Why did you choose the open access model for SPP?

It’s all about the need to adapt to changing times. Let us look at the origins of scientific communication through the publication of academic papers. One can say that the technological advancements ushered in by the industrial revolution in the UK worked hand-in-hand with scientific advancement, which enabled the dissemination of printed scientific papers. This in turn led to the launch of journals such as Nature and Science between 1860 and 1880. Today, over 150 years later, the same technology and means of sharing scientific findings cannot be used as they are somewhat outdated in this age of digitization. This line of thought led me to opt for open access for SPP.

I am optimistic that the journal will provide a boost to scientific development in the Asian region. I have no doubt that science and technology in Asia will witness an exponential growth in the coming decades. The economies of countries with large populations, such as China and India, will only improve in the future. I believe that scientific growth and development in any country is proportional to its research funding, which is improving in Asia. Given this, an avenue such as SPP will serve as the means to disseminate scientific information in Asia, and by providing unrestricted access to published research, we can ensure that we are able to reach out to everybody and influence change.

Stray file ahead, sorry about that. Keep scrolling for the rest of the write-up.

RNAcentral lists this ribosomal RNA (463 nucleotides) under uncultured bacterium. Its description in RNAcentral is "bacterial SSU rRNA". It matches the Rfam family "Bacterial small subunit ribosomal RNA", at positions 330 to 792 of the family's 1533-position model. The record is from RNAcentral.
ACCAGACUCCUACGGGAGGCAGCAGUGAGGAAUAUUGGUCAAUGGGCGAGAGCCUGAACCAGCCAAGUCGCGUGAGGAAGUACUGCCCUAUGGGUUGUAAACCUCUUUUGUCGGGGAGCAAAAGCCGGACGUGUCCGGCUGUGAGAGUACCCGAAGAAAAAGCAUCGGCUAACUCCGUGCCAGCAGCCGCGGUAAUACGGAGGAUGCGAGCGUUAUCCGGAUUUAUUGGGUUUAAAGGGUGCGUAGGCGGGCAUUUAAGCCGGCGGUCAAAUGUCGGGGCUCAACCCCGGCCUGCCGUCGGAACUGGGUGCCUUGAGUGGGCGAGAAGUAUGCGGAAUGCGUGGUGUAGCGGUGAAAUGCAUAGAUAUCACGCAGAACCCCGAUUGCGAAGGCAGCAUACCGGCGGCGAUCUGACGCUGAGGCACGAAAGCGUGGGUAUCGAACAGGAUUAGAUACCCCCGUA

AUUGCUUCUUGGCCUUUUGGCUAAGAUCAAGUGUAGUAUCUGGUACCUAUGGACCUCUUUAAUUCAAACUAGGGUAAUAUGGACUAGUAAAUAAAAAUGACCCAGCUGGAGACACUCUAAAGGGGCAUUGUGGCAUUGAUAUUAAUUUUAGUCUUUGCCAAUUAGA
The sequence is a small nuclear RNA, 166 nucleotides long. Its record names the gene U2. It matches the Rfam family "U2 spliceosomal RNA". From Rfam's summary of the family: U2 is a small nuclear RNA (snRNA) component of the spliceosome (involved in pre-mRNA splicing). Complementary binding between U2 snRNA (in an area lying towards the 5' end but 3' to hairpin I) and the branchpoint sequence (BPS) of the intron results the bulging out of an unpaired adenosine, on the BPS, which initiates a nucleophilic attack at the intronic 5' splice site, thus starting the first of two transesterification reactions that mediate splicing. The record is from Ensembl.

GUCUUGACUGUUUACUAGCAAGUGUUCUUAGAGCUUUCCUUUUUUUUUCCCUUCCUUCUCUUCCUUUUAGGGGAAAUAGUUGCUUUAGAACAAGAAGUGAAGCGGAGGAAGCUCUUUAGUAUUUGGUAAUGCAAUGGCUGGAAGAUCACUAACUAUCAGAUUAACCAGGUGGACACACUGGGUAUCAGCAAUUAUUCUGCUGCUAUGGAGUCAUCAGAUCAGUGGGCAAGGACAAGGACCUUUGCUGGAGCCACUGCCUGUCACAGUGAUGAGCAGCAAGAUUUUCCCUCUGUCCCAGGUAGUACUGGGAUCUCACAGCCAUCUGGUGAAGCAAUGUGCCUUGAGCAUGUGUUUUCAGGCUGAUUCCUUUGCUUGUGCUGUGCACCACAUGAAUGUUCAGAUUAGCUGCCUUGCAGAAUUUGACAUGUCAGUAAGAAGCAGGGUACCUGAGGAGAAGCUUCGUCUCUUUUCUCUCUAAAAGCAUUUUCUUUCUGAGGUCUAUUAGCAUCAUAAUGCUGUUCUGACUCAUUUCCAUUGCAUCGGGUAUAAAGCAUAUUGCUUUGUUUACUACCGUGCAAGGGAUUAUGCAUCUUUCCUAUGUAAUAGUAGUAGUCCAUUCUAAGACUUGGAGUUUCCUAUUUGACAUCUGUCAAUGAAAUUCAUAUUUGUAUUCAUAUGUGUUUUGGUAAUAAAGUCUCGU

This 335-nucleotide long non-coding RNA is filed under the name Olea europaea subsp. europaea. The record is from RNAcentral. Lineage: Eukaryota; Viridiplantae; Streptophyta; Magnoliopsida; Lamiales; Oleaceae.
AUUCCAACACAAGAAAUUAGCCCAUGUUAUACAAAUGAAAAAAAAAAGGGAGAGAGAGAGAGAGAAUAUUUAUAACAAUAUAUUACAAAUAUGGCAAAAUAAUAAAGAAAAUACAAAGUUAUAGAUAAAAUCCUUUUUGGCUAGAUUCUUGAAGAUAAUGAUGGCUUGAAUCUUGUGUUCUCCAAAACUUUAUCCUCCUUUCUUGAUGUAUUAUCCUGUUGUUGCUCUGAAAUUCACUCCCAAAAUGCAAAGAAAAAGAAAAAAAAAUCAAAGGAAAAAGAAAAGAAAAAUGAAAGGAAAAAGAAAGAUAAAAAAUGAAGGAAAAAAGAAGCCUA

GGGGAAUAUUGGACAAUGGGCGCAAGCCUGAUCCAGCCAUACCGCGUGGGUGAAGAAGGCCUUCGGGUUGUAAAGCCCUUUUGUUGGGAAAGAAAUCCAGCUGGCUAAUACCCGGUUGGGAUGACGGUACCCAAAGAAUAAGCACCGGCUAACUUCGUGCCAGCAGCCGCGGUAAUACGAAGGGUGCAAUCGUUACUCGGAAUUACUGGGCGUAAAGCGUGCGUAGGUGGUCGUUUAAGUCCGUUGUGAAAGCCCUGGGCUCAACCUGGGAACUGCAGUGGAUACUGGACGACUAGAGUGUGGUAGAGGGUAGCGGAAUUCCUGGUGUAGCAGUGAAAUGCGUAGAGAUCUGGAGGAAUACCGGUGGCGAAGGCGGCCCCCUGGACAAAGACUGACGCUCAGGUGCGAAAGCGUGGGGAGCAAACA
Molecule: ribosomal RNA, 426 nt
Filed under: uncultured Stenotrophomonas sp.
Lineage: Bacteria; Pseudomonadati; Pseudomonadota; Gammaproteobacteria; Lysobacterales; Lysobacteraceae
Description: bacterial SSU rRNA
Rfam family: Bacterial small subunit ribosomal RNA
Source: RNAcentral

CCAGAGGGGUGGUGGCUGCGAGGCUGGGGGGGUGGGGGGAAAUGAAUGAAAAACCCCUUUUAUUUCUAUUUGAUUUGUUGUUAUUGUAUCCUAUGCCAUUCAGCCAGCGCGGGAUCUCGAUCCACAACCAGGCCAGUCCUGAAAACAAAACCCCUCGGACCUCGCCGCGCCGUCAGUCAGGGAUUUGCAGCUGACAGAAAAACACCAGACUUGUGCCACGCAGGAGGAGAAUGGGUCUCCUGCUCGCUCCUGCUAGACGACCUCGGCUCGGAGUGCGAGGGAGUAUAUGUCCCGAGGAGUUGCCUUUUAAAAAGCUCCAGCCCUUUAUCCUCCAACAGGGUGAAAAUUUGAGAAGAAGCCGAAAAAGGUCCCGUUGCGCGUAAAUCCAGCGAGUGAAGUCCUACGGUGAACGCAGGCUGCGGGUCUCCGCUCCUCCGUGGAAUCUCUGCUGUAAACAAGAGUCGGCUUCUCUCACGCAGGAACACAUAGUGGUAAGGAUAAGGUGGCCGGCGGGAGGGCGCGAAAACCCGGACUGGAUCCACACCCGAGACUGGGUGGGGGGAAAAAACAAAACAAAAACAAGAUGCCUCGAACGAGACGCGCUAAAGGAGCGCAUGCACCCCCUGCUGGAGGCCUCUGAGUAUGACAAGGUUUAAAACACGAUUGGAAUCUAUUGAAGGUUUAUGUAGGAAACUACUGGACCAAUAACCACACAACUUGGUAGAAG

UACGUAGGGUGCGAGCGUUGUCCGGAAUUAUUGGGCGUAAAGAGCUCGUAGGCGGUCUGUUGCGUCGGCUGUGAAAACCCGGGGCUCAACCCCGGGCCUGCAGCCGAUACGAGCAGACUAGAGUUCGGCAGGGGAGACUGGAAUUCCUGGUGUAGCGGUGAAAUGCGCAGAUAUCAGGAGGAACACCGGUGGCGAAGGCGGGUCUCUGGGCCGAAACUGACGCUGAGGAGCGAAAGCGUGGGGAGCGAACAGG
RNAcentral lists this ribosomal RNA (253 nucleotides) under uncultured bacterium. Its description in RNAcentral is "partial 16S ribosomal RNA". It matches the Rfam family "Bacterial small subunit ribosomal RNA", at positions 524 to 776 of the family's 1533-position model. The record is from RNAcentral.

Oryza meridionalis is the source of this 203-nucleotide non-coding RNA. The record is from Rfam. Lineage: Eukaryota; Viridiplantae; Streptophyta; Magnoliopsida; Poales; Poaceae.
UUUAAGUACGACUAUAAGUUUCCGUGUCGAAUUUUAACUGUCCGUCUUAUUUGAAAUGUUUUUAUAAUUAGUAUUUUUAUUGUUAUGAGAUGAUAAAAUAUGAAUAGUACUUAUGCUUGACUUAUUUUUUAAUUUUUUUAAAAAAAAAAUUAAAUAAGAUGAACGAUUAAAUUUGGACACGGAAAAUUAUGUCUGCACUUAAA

What kind of reception do you expect for SPP in Japan?

I am not expecting all Japanese researchers to immediately begin submitting their manuscripts to SPP, given that we launched the journal in Asia and not specifically in Japan. Of course, I know that we will be supported by researchers and scholars in Japan. The larger aim is to reach out to a wider research base and eventually go global. Even though we expect a slower start in Japan, I am confident that Japanese researchers from the medical and life sciences will look to SPP as an innovative leader in scientific communication and their gateway to global science.

So how is SPP different from other open access journals?

SPP has many distinct features that set it apart.